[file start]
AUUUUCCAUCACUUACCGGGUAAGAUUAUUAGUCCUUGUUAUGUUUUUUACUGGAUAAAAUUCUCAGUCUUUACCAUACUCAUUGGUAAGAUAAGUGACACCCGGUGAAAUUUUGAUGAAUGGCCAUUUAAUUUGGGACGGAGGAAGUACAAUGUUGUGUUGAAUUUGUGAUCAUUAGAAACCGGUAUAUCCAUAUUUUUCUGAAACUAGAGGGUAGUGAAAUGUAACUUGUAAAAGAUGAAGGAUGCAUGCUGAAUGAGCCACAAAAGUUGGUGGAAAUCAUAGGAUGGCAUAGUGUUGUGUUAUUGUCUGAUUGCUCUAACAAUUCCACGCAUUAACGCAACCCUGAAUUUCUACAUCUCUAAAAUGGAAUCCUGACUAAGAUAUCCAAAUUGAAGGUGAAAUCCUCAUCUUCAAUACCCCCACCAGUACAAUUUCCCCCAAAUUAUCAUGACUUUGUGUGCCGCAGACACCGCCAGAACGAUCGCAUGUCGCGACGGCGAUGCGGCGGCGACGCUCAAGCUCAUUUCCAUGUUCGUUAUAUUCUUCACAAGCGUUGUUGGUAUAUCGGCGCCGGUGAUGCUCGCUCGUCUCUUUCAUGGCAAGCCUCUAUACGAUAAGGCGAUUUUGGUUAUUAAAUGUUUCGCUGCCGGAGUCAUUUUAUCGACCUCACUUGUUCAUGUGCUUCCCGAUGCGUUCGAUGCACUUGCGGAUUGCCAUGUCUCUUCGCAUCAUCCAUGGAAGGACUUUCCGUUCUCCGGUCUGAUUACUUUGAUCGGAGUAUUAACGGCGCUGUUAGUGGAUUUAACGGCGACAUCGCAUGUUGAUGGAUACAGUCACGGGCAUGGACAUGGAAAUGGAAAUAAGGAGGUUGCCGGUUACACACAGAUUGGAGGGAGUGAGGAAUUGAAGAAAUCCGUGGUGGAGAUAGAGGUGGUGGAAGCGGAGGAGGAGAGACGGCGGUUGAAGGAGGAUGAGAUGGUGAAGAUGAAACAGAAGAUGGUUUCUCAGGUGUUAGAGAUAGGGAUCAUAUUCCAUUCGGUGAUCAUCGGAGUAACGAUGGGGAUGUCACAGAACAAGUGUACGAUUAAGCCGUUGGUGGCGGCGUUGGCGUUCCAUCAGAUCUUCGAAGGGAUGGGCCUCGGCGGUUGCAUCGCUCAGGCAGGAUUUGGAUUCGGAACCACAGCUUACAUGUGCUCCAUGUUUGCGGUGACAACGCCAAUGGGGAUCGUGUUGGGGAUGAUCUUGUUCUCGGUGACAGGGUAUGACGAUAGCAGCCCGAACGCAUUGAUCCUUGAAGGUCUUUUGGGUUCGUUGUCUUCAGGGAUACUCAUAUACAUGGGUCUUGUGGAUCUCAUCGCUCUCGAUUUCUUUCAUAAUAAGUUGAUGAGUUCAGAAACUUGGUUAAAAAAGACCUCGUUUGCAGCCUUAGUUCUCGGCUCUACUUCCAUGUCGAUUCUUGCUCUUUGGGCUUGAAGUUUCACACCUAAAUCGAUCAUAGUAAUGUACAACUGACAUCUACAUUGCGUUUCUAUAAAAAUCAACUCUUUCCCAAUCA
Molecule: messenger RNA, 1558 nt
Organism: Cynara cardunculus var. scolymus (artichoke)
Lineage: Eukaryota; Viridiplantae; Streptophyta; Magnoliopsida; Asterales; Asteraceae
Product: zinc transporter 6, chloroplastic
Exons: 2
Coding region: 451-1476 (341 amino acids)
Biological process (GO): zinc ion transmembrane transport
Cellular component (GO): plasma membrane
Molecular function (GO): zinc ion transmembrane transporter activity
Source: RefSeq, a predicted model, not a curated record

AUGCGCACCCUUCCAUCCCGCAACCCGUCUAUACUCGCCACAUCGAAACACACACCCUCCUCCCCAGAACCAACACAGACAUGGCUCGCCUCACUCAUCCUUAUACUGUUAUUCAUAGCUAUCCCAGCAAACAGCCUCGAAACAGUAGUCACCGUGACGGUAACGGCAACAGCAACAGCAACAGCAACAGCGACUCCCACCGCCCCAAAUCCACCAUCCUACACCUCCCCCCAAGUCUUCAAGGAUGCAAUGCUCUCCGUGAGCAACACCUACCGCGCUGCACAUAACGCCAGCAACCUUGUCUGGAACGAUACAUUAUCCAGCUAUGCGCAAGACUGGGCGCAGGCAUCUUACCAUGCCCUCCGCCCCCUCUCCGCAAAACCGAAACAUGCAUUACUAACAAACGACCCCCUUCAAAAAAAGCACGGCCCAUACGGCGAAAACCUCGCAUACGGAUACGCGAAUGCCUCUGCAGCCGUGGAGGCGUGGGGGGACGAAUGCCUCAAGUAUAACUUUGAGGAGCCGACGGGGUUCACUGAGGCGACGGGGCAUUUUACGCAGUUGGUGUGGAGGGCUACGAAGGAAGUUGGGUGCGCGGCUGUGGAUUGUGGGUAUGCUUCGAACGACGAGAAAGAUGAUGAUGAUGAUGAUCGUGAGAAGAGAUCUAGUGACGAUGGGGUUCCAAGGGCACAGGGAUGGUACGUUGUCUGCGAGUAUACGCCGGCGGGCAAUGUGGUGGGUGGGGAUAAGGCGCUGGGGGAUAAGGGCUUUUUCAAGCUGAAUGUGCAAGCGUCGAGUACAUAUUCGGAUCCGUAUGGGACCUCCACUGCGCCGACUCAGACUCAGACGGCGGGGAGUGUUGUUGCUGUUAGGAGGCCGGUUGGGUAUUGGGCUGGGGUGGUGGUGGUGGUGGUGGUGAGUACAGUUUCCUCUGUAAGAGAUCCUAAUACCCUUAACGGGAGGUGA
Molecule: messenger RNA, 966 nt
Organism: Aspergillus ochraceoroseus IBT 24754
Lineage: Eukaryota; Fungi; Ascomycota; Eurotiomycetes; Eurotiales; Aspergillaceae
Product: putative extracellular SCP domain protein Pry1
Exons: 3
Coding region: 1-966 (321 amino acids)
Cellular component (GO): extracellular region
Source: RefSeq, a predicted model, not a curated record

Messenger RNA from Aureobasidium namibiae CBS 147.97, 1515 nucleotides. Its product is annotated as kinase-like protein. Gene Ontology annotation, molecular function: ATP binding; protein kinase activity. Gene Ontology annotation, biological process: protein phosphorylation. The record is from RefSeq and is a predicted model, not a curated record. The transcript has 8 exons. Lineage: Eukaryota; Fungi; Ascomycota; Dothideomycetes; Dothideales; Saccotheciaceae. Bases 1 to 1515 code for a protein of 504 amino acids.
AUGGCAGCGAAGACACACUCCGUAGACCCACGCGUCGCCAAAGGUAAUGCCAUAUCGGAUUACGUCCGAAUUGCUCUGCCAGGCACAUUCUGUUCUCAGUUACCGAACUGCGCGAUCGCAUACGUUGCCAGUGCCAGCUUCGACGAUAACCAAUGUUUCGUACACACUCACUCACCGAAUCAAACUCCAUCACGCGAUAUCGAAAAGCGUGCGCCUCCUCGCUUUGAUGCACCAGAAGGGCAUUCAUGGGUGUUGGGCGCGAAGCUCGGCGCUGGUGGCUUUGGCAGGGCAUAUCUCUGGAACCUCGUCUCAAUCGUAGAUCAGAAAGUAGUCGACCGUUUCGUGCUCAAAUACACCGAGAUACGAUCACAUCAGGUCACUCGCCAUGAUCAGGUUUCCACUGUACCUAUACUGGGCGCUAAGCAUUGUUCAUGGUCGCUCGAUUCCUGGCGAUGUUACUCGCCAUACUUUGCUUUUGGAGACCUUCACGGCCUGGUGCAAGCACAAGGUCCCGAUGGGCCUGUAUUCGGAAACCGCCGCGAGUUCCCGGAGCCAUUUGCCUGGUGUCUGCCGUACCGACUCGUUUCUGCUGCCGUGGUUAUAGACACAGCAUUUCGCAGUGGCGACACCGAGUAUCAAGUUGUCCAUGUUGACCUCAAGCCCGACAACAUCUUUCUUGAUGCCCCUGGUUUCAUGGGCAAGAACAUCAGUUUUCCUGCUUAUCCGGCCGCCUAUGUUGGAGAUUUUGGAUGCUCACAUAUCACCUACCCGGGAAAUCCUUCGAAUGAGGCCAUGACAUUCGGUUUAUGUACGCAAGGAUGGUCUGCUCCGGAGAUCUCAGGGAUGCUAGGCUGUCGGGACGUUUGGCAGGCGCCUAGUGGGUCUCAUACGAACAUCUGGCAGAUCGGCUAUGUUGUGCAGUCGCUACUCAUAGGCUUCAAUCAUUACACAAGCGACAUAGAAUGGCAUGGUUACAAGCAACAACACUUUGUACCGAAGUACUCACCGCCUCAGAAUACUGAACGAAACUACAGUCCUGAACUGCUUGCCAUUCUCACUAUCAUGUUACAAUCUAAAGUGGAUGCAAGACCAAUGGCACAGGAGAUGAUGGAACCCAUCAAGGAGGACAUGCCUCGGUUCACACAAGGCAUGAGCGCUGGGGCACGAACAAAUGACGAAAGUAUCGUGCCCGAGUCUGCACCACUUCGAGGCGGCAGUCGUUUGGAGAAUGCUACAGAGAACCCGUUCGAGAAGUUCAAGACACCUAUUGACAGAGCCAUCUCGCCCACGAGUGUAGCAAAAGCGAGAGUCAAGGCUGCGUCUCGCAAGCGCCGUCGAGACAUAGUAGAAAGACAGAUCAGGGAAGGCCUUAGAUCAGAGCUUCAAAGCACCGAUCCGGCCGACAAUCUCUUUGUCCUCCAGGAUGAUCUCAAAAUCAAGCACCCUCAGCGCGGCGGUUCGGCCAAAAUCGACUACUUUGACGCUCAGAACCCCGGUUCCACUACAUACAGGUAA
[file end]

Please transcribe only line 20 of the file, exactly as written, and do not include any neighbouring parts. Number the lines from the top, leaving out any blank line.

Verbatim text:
Source: RefSeq, a predicted model, not a curated record